A Bite of the Apple: infectious enthusiasm of Virago publisher
Review: Lennie Goodings loops in narratives of authors and movements, building up rich and textured historical fabric
Author Lennie Goodings. File photograph: David M Benett/Getty Images
When Lennie Goodings arrived in London from Canada in 1977, she had a temporary working visa for visiting “the mother country”. After a short while, she landed a part-time position at Virago, a recently-established feminist press running off a low-budget and a lot of dedication. Eventually, Goodings would become the Publisher at Virago, one of the most influential and renowned presses of the 20th century. A Bite of the Apple tells the history of over 40 years of the publishing house, through its books, its characters, its finances, and its drama. It is part memoir, part history, and part an exploration of feminism, publishing, and the place of literature in affecting social progress.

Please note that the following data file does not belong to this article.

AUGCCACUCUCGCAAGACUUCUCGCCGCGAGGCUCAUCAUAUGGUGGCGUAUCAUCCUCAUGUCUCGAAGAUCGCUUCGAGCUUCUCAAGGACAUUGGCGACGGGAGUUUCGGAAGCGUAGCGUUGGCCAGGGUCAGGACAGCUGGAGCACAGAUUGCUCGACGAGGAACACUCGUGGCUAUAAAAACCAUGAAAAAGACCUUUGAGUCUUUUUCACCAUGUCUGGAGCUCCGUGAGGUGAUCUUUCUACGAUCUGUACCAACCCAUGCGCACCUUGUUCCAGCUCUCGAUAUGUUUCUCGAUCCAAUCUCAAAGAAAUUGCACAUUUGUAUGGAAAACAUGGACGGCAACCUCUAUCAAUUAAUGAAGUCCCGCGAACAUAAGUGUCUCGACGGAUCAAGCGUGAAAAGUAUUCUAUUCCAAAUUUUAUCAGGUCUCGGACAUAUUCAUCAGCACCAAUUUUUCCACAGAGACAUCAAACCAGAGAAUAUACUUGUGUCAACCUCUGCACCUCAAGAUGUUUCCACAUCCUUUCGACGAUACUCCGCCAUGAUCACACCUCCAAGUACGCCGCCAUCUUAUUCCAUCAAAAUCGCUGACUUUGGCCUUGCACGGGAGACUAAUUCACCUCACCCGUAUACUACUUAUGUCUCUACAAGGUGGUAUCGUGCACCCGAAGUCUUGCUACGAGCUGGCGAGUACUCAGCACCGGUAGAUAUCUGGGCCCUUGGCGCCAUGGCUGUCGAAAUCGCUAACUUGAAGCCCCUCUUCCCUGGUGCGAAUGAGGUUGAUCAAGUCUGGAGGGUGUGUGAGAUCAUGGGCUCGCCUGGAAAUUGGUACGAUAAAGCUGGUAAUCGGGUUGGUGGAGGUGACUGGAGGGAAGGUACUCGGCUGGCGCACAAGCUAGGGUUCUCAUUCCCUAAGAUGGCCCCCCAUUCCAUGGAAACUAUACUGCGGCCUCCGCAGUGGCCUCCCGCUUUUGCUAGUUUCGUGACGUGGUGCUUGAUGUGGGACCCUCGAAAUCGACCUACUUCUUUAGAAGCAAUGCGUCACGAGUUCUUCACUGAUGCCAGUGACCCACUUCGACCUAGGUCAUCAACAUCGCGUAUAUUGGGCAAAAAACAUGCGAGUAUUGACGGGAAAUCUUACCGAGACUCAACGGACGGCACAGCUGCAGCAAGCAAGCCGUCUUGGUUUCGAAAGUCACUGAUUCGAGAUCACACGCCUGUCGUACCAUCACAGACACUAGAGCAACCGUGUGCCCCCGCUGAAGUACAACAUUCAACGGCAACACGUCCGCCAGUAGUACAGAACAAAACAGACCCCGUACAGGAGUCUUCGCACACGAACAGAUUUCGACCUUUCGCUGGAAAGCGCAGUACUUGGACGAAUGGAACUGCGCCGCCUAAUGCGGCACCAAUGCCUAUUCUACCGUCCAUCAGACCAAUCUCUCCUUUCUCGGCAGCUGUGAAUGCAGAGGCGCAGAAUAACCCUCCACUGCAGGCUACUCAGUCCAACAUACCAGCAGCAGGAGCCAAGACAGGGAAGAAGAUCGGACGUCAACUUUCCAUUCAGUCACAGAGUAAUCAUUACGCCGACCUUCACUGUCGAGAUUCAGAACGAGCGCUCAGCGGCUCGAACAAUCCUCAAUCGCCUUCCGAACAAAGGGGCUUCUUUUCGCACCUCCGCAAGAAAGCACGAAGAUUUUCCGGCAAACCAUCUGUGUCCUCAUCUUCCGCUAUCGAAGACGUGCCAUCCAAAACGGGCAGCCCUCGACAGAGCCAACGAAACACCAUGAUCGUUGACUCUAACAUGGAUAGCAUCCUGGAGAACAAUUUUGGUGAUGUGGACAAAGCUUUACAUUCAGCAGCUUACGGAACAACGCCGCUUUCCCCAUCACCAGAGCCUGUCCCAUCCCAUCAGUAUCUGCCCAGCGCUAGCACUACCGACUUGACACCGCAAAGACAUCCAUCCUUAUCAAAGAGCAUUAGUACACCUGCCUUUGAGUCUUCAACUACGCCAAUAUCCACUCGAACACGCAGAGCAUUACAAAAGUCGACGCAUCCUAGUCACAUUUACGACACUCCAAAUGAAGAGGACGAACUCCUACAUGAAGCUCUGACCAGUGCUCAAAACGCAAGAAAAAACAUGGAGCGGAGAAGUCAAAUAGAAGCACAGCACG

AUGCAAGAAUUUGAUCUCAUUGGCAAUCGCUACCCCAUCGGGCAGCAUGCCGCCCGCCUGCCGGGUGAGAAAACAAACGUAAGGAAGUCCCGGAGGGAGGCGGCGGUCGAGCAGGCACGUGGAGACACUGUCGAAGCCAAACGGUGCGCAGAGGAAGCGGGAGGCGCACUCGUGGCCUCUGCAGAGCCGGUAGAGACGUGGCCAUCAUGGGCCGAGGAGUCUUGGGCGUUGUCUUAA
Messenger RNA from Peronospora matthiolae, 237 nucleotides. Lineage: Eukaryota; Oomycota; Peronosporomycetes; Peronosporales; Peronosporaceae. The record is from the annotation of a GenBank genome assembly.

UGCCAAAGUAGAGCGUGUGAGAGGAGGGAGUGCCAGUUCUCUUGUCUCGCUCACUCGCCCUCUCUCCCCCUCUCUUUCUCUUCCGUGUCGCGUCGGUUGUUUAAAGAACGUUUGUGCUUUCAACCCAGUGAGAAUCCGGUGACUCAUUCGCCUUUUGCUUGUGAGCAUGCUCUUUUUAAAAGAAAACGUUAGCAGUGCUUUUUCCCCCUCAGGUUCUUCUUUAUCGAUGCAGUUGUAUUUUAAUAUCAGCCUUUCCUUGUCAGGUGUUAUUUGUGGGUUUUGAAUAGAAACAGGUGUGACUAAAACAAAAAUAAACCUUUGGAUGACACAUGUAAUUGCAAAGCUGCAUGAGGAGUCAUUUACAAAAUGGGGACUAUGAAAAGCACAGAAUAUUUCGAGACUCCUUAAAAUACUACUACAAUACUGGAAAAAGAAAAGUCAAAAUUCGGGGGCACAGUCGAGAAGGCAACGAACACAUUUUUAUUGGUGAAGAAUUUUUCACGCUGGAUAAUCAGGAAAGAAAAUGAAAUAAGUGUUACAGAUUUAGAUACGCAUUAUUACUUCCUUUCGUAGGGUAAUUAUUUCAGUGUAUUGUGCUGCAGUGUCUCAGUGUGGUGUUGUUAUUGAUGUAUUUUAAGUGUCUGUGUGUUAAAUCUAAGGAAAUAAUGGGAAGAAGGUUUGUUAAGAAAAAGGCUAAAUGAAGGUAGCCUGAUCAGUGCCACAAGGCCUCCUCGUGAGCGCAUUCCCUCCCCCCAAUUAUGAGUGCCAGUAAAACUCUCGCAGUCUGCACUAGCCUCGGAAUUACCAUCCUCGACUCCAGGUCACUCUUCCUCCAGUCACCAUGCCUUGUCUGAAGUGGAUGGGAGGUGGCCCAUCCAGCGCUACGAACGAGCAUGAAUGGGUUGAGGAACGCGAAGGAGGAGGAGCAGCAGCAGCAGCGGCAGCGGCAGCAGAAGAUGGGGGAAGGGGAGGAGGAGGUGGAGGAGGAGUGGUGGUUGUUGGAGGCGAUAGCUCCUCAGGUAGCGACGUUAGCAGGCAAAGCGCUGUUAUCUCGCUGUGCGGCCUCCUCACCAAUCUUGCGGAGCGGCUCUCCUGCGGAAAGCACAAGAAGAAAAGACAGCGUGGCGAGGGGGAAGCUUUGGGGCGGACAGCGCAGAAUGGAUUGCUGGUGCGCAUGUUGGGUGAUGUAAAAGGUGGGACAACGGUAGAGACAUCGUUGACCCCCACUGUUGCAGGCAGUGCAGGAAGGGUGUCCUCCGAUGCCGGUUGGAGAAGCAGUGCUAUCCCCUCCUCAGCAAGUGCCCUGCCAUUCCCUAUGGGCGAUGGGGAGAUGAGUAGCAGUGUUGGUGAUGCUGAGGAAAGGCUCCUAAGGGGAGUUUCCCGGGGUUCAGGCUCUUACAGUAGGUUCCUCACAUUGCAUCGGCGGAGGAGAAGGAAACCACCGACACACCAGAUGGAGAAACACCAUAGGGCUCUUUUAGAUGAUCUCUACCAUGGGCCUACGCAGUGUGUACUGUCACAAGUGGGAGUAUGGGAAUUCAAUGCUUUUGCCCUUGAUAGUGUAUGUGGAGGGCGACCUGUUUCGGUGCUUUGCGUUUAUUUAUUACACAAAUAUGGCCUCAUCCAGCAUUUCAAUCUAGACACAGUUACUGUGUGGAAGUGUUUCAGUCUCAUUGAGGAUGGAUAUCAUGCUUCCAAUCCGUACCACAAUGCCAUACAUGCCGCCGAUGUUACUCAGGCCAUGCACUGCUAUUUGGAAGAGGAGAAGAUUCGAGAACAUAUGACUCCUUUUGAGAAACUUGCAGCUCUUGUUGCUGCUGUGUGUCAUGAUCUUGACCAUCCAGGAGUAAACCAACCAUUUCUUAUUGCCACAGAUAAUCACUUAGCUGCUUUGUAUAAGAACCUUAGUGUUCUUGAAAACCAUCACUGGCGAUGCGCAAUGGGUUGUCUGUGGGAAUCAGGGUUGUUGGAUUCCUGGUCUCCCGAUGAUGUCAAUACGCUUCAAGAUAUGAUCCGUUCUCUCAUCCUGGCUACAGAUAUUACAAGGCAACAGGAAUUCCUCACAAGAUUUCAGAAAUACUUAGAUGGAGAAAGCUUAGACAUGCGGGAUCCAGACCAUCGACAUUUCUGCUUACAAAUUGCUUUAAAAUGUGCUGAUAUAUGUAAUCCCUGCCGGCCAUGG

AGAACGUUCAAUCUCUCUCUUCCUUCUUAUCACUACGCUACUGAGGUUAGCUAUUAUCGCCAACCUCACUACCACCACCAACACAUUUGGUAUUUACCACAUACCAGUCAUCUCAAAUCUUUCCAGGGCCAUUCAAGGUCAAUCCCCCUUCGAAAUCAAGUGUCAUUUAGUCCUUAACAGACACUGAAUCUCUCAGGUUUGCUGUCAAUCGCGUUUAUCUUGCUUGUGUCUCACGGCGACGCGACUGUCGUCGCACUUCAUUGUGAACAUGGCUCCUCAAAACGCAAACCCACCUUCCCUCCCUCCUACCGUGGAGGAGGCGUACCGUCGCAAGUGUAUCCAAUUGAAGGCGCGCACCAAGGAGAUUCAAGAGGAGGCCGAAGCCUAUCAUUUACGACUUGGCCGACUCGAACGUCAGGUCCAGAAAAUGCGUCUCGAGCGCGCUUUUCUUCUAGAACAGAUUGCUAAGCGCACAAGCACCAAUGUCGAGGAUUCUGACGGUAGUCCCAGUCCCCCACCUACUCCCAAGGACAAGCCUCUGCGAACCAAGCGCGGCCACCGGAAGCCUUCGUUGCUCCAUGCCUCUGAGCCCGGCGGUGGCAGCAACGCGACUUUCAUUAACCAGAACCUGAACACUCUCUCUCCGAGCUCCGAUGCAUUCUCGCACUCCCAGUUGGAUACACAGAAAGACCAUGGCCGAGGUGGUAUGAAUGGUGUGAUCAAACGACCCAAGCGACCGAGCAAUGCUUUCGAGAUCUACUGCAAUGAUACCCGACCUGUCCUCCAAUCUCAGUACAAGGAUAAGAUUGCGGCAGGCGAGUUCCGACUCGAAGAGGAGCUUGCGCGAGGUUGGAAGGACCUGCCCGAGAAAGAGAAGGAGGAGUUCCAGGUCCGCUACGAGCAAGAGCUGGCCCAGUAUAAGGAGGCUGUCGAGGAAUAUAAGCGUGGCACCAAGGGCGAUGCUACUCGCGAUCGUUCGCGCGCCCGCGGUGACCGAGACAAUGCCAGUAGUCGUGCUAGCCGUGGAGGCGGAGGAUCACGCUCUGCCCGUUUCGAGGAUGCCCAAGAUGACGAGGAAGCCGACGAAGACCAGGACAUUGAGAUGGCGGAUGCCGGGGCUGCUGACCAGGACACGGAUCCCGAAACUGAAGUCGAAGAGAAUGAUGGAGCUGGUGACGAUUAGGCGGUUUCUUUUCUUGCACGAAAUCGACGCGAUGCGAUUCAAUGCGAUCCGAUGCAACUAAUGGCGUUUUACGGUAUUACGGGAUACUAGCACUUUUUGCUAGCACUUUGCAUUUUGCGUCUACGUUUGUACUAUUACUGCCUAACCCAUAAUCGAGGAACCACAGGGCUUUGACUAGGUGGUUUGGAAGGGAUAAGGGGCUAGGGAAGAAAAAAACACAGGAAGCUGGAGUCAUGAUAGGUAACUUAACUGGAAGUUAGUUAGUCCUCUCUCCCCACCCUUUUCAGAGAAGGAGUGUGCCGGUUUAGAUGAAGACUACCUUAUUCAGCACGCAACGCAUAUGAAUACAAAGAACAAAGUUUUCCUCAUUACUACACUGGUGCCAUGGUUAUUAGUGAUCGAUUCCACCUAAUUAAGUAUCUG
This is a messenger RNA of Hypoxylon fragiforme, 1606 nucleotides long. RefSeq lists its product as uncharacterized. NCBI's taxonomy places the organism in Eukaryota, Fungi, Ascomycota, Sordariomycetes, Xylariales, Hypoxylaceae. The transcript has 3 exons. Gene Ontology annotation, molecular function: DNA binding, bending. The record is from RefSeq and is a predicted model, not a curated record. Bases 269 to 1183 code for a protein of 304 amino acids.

The founder, Carmen Callil, is a colourful presence: determined, strong-willed, occasionally difficult, but always highly-effective. Goodings, at the start of the book, recalls asking Callil: “Why did you start Virago?” She looks up and, without missing a beat, replies, “To change the world, darling. That’s why.” Nearly 4,000 books and a list of 1,000 authors later, it is undeniable that Callil and the ‘Viragos’ achieved their mission. In fact, looking back over the list of writers discussed here, it is unthinkable to imagine the literary landscape of the West without them: contemporary writers such as Margaret Atwood, Marilynne Robinson, Angela Carter; classics by writers such as Kate O’Brien, Vera Brittain, Willa Cather, Edith Wharton, and Zora Neale Hurston. That these names and their works are thankfully so fundamental to our canon is a testament not only to how effective Virago are, but also to how necessary their intervention was.